American Marketer


Reaching luxury consumers overseas with global search optimization

December 20, 2010



By Liz Elting

High-end brands face challenges and opportunities more than mainstream retailers do.

While the market for luxury goods is necessarily narrow, retailers in these markets tend to know their customers and prospects better than less focused businesses.

That awareness of the customer is a critical element in engagement and conversion rates. Thus, growing luxury online businesses must find ways to replicate customer connections when they expand to foreign markets.

By adopting smart international search engine optimization (ISEO) strategies, exclusive brands can find their target audiences worldwide and communicate in a manner that ensures ample return on investment.

At this point in the history of search engine optimization, brands have experimented enough in international markets to have identified proven best practices for ISEO. These strategies include planning, research, translation and image selection.

ISEO not an afterthought

As luxury brands plan their global expansions and create localized Web sites, they must first consider ISEO.

Smart ISEO hinges on a strategic marketing plan that develops in conjunction with a Web site, not as an afterthought.

Effective content development includes relevant, dynamic copy that is keyword-specific.

When ISEO evolves with e-business expansion, elements such as descriptive tagging, rich media, social media distribution and internal and external links begin working for the brand immediately.

Companies might be tempted to start with Web site translation first and optimize later to keep initial costs down. However, this tiered approach is actually more costly in the long-term.

Building multilingual Web sites should not be done in phased attempts.

Rather, ISEO should guide a company’s entire content development and site-architecture strategy.

Otherwise, the business is building a Web site based solely on what looks good, rather than what conveys the most accurate information.

Only when foreign SEO and design are done in conjunction can a business clearly answer the question, “Will this Web site attract customers?”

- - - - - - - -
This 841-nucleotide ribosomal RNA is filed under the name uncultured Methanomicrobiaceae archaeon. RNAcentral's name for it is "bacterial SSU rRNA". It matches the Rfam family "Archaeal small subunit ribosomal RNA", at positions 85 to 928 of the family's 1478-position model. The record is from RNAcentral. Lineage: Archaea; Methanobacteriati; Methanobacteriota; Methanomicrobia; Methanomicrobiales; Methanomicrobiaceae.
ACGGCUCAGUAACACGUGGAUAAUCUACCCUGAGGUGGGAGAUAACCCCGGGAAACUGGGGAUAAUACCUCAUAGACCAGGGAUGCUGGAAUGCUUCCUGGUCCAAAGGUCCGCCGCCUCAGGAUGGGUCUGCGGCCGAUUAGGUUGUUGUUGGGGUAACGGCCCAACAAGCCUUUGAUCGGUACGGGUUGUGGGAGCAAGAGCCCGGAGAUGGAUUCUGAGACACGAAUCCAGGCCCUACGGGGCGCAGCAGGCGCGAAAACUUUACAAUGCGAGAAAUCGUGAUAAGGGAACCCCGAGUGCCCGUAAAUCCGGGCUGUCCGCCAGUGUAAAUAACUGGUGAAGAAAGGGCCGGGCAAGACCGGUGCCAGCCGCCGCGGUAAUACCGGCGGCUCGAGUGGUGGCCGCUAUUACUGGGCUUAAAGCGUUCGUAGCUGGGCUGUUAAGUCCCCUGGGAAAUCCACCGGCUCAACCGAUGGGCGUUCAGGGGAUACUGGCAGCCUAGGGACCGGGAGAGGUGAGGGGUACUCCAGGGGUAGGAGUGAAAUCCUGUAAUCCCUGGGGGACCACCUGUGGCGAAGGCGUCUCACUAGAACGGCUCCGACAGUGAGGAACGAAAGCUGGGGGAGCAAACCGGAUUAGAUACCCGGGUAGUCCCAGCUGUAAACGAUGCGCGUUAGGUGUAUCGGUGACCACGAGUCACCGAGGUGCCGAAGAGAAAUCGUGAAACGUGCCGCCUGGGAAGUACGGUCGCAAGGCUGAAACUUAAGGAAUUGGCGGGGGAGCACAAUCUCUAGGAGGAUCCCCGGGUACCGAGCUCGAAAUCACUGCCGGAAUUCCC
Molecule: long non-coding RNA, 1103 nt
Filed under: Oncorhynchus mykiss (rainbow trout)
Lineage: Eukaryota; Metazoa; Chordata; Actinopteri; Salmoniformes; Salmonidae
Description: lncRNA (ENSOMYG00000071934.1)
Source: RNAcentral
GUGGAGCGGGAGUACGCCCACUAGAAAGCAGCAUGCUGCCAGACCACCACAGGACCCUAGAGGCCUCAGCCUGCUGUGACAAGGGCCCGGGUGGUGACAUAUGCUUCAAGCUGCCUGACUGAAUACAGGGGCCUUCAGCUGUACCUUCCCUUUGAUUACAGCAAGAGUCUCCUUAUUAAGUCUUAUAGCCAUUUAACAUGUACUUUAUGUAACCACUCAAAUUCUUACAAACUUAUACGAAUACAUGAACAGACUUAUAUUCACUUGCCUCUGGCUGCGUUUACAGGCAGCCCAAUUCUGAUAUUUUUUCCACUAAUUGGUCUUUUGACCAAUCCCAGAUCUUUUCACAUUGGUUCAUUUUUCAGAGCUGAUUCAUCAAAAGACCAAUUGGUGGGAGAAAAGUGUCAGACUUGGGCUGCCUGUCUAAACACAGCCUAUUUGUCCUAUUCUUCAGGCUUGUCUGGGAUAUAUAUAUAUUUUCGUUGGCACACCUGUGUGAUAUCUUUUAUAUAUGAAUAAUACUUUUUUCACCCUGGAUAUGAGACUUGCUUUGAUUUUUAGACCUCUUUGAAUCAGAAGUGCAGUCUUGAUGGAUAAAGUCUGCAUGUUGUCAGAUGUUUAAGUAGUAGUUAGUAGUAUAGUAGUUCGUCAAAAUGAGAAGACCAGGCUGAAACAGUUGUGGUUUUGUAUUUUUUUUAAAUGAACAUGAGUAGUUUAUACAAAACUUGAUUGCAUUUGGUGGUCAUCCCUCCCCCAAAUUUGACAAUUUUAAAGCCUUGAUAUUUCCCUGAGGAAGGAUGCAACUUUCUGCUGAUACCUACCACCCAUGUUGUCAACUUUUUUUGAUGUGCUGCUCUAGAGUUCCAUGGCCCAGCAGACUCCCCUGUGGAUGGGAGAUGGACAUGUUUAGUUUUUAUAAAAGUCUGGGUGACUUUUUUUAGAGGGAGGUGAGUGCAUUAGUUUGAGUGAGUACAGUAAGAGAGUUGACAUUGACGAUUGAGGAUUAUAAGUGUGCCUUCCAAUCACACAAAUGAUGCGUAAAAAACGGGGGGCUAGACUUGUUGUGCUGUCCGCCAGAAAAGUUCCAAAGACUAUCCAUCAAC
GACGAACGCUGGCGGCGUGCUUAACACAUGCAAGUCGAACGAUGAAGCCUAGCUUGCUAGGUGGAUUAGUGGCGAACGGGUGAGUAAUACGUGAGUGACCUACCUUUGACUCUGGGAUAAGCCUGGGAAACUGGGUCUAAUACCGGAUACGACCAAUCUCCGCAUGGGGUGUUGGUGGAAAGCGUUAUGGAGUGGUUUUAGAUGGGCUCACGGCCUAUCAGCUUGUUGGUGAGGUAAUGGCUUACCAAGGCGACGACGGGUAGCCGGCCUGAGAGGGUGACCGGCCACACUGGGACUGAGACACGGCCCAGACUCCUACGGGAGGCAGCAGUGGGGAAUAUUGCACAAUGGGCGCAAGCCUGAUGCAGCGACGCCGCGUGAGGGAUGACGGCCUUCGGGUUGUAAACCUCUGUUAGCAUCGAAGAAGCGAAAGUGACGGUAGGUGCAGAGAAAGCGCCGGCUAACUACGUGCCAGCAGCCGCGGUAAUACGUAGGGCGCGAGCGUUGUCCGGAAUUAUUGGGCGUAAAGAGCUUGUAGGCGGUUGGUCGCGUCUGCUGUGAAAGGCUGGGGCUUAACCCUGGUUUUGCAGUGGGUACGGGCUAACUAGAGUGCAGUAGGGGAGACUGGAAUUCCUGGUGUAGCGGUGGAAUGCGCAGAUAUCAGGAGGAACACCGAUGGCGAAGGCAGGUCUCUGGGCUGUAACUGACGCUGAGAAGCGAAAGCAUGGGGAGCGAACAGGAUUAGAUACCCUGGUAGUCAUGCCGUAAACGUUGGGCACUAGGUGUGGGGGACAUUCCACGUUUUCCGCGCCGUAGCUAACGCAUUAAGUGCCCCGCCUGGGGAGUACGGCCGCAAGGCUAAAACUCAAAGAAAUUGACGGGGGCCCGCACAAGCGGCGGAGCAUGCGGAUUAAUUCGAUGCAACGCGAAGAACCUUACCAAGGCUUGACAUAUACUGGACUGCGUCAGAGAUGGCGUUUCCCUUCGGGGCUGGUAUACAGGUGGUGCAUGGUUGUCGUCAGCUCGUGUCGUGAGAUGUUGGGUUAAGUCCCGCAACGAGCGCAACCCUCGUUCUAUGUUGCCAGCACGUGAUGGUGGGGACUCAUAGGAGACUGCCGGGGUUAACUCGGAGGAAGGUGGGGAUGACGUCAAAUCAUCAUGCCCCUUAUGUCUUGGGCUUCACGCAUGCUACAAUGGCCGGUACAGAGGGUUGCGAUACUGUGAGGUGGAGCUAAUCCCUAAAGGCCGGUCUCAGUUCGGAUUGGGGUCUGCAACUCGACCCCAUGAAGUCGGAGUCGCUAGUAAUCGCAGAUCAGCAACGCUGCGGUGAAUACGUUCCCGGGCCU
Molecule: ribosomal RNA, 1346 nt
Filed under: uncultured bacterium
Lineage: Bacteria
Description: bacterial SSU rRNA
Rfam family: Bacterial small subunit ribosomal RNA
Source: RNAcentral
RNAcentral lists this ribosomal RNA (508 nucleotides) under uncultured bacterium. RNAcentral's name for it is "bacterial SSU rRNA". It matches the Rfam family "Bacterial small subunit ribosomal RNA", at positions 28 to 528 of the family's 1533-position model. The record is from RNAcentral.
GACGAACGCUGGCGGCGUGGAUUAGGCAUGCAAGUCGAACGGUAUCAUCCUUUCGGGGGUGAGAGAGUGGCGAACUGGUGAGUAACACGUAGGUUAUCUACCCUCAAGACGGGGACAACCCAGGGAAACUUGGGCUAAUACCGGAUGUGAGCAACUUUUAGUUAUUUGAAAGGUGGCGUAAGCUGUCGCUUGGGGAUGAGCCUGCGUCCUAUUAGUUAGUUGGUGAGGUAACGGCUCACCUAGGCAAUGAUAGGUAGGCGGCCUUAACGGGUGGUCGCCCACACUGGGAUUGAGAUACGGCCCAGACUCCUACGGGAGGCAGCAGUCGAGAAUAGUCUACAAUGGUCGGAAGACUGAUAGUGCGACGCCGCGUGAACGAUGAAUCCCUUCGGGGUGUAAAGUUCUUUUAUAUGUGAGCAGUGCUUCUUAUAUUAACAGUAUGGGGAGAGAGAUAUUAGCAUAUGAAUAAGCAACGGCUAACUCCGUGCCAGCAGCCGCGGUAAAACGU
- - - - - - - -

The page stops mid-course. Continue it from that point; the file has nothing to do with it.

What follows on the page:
Google reigns but not over all

In the United States, we have come to equate search engine optimization with Google optimization. This search engine is so dominant in the U.S. and in many other countries that its approach to page rank has driven SEO strategy.

However, some international search engines, which are more widely used in their regions than Google, have different parameters for ranking Web sites.

These services emphasize elements that are minimally relevant to Google. The factors include page load times, top-level domains, hosting locations and density of keywords on a given page.

A luxury brand looking to build a customer base in the virtual neighborhood of one of these engines must take these measures into consideration.

Luxury brands, more than their mass-market peers, rise or fall based on the customer’s attachment to the product.

That attachment depends largely on the efficacy of the words that the brand uses to communicate. Whether those words are in English, French, Russian or Japanese, they are mission-critical and should be treated as such.

Machine translation can be attractive from a cost perspective, but it falls short in terms of authenticity and nuance, both of which can foil entry into local markets.

Get the picture?

Keeping the power of words in mind, luxury brands should consider the old adage about pictures and a thousand words.

The wrong photo can do as much damage as the wrong words, since the connotations of various images can vary regionally.

The pictures that you choose for your international sites signal your knowledge – or ignorance – about those markets.

In almost any market in the world, customers are comfortable browsing and buying online.

Whether they choose one product over another depends in large part on which company speaks most clearly to them.

That clarity in communication is at the heart of ISEO strategy, which is essential to luxury brands trying to reach discerning consumers.

For brands large and small, smart ISEO targets the right customers with the right messages, regardless of market.

Liz Elting is co-founder and co-CEO of TransPerfect and, a New York-based provider of software, Web site, and enterprise-wide localization services, as well as translation-related technology products. Reach her at